Take care of teachers – how do you do that? By believing in them? Caring about them? Supporting them? But how will they know you believe in them and care about them? How will they recognize that you are supporting them at a time when they feel like they are in a boxing ring with an opponent who keeps pounding away at them? When just staying on their feet seems to take every ounce of strength they have? Dr. Terrell said we had to figure things out – wrestle with our ideas and beliefs and turn them into reality. He said it with a smile in his voice and a twinkle in his eye and we were inspired to go out and make it happen!

Ah! The road has been long and hard (and I’ve been in this job only for a dozen years). It’s about people, so it’s complicated! When I take care of teachers will they recognize that I care about them? Am I doing what they need of me? It’s a simple idea and seems clear as crystal until you try to put it into action. That’s when it becomes a fuzzy – a profound Terrellism that you can’t pin down! You can name it but what does it really mean? How do you explain it? How will you make sure you do it consistently? Lots of good intentions… some that ended up as mistakes… lots of stumbling, learning and bouncing back over the years!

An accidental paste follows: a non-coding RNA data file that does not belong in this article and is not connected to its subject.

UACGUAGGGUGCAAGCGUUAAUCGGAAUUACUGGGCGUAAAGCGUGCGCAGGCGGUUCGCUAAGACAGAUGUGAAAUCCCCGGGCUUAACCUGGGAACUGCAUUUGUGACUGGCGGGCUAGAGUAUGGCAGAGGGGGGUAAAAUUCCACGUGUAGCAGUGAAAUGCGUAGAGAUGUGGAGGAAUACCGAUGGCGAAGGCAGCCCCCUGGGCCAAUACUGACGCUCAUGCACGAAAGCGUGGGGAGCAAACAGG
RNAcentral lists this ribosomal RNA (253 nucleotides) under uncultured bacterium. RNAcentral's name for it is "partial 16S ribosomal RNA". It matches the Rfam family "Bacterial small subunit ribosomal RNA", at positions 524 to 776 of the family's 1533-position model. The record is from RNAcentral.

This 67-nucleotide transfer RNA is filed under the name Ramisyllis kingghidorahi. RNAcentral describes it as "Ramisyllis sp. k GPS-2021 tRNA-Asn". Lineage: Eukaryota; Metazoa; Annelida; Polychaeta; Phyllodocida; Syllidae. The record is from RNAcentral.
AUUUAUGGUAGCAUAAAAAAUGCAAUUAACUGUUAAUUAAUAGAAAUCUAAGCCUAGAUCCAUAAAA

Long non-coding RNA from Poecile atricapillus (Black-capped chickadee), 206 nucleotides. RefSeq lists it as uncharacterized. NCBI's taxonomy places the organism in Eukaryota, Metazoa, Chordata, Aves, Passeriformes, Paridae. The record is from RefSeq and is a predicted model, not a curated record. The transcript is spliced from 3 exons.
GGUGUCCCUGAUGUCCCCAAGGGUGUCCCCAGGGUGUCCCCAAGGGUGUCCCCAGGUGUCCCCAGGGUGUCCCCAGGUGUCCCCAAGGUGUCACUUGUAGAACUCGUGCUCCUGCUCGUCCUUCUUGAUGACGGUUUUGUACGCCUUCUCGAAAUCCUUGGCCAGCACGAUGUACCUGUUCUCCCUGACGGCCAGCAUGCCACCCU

This summer, something clicked for me! Many people inside and outside the education arena believe there are ‘good’ and ‘bad’ teachers. If we could just remove the latter we wouldn’t have failing schools, they think. Being ‘tough’ with teachers is the answer, they think. Let’s measure and quantify what teachers do, they think. At some point, I started seeing parallels between the way many see teachers and kids. So many kids are seen through the lens of being ‘good’ or ‘bad’. If they could only work harder they would be successful at learning, we think!

I don’t believe in the ‘good kid – bad kid’ idea. I believe they’re all good kids – sometimes they make bad choices/decisions. It seems so wrong to label kids with strong negative words like ‘bad kid’ and ‘troublemaker’ so early in their life, to label their behavior as an ‘offense’ or ‘infraction’! And, this happens at a critical stage in their lives when we still have a tremendous opportunity to influence and inspire them.